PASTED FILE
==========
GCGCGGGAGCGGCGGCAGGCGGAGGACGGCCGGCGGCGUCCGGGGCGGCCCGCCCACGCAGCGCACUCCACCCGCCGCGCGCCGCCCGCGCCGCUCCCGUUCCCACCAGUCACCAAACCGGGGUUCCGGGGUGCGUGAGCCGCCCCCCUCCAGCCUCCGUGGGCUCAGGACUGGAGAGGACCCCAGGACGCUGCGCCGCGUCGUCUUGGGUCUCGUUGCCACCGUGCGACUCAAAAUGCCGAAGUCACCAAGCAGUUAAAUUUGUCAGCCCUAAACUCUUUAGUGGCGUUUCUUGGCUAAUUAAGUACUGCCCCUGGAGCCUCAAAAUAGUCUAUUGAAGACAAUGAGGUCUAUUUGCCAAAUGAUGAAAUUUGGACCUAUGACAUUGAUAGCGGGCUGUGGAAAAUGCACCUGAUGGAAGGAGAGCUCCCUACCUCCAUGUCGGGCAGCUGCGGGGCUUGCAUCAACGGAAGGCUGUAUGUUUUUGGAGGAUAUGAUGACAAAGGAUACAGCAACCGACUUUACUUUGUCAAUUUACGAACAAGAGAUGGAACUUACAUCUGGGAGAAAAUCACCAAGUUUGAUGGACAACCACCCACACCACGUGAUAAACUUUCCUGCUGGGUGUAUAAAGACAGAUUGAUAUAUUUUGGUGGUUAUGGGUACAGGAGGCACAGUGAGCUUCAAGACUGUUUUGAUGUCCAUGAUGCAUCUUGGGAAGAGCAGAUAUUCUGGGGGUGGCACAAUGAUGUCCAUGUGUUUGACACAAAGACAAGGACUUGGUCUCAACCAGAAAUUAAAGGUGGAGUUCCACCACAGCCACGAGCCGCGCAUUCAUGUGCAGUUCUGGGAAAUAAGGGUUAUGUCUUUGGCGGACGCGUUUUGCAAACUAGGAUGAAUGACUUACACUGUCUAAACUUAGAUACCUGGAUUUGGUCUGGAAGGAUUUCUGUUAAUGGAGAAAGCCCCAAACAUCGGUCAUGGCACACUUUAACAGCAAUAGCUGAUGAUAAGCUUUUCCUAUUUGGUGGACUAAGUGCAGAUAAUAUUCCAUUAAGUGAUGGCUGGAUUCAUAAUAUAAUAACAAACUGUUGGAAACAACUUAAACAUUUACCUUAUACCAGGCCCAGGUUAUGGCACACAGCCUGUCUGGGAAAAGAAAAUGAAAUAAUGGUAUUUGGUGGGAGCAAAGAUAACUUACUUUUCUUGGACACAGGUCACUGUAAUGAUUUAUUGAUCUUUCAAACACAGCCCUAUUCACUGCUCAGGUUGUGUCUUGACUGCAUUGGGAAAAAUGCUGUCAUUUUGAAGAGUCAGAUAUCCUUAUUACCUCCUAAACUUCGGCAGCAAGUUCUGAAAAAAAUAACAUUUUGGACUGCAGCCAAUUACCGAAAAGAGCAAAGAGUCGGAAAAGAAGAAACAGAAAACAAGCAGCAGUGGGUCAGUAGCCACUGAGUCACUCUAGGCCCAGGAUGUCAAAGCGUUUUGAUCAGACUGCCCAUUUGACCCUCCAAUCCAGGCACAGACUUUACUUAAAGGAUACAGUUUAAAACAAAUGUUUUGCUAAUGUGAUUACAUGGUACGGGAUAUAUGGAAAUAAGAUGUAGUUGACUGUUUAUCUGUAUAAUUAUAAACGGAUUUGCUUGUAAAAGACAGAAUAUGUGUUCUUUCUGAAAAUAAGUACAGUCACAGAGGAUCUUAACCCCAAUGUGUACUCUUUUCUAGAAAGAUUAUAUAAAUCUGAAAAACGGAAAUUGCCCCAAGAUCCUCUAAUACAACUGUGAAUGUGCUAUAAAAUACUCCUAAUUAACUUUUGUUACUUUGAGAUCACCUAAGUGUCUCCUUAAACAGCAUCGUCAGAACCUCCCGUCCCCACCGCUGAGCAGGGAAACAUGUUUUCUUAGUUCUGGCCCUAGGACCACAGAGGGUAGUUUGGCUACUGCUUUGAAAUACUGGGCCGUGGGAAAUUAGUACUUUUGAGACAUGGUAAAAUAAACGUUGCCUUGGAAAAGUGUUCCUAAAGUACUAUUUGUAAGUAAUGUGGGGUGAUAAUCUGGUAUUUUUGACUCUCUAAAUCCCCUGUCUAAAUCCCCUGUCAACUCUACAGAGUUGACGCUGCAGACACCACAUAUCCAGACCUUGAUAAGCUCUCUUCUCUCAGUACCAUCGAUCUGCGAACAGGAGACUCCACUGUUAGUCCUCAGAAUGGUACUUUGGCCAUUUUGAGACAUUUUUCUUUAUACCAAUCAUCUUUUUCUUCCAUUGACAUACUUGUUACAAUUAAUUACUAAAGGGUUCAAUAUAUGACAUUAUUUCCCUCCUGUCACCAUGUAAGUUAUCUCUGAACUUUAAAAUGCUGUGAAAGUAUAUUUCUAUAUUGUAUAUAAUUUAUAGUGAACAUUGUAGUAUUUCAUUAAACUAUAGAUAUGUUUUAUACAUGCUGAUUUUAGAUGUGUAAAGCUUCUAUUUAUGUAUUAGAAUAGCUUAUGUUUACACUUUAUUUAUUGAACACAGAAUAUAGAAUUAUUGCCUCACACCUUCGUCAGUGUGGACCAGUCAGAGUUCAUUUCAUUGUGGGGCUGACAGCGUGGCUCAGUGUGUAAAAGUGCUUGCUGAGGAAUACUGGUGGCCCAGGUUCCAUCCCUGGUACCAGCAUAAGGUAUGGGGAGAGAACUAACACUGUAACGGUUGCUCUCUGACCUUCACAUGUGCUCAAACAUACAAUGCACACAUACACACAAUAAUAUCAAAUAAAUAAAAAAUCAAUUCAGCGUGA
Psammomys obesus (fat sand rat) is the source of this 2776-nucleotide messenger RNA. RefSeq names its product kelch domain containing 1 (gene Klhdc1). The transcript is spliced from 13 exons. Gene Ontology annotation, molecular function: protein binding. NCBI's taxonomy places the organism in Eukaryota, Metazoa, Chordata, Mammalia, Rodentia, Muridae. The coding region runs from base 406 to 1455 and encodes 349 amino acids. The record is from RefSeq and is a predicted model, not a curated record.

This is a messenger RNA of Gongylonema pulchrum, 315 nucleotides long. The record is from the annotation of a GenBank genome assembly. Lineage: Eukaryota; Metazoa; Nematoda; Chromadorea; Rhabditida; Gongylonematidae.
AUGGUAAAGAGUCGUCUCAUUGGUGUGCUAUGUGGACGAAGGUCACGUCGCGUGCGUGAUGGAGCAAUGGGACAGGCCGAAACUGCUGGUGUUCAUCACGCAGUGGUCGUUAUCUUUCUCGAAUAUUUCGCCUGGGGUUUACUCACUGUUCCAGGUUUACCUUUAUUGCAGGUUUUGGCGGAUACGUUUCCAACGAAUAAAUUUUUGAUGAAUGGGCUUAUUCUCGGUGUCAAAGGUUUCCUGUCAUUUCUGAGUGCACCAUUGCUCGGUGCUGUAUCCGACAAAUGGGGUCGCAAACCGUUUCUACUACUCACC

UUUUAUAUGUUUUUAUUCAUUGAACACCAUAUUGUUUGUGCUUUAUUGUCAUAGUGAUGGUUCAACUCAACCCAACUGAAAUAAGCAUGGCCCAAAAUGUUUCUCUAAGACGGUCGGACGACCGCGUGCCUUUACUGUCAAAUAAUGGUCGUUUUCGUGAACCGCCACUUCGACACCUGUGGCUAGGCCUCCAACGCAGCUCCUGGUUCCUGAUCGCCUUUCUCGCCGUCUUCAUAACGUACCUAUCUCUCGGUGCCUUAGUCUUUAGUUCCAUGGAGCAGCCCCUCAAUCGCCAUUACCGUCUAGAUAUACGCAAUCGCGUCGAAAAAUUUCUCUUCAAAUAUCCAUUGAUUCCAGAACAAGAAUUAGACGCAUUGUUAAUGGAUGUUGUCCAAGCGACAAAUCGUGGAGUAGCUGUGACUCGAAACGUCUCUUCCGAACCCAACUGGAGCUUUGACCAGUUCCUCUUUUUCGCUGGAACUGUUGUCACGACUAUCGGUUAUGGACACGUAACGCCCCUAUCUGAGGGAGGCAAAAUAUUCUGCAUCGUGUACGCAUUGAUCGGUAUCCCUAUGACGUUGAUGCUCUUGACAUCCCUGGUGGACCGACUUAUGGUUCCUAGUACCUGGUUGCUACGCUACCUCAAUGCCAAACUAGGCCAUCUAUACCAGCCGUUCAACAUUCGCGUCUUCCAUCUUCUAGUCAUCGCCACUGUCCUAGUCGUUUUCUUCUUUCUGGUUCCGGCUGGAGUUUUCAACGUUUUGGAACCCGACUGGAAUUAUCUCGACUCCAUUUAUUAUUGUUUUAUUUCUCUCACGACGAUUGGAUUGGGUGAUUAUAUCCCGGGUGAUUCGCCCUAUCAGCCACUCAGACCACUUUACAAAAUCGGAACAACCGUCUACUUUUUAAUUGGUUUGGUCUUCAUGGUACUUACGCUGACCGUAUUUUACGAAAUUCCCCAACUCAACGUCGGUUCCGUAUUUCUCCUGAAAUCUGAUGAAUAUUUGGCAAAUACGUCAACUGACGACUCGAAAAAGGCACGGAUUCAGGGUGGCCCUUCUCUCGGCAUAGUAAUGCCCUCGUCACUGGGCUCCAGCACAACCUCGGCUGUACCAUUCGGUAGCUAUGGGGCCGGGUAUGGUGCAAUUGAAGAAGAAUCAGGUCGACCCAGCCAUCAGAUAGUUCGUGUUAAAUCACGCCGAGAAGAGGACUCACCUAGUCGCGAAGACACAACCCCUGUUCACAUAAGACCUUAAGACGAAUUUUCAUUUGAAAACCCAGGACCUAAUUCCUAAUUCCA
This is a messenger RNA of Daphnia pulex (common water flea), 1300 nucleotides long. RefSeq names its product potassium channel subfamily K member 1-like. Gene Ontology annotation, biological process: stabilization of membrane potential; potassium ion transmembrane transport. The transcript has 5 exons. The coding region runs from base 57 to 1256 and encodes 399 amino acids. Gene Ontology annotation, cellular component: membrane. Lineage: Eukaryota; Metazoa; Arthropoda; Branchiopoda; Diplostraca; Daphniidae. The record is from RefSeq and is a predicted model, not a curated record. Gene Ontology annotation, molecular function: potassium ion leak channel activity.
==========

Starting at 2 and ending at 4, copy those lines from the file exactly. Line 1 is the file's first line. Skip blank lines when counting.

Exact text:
Psammomys obesus (fat sand rat) is the source of this 2776-nucleotide messenger RNA. RefSeq names its product kelch domain containing 1 (gene Klhdc1). The transcript is spliced from 13 exons. Gene Ontology annotation, molecular function: protein binding. NCBI's taxonomy places the organism in Eukaryota, Metazoa, Chordata, Mammalia, Rodentia, Muridae. The coding region runs from base 406 to 1455 and encodes 349 amino acids. The record is from RefSeq and is a predicted model, not a curated record.

This is a messenger RNA of Gongylonema pulchrum, 315 nucleotides long. The record is from the annotation of a GenBank genome assembly. Lineage: Eukaryota; Metazoa; Nematoda; Chromadorea; Rhabditida; Gongylonematidae.
AUGGUAAAGAGUCGUCUCAUUGGUGUGCUAUGUGGACGAAGGUCACGUCGCGUGCGUGAUGGAGCAAUGGGACAGGCCGAAACUGCUGGUGUUCAUCACGCAGUGGUCGUUAUCUUUCUCGAAUAUUUCGCCUGGGGUUUACUCACUGUUCCAGGUUUACCUUUAUUGCAGGUUUUGGCGGAUACGUUUCCAACGAAUAAAUUUUUGAUGAAUGGGCUUAUUCUCGGUGUCAAAGGUUUCCUGUCAUUUCUGAGUGCACCAUUGCUCGGUGCUGUAUCCGACAAAUGGGGUCGCAAACCGUUUCUACUACUCACC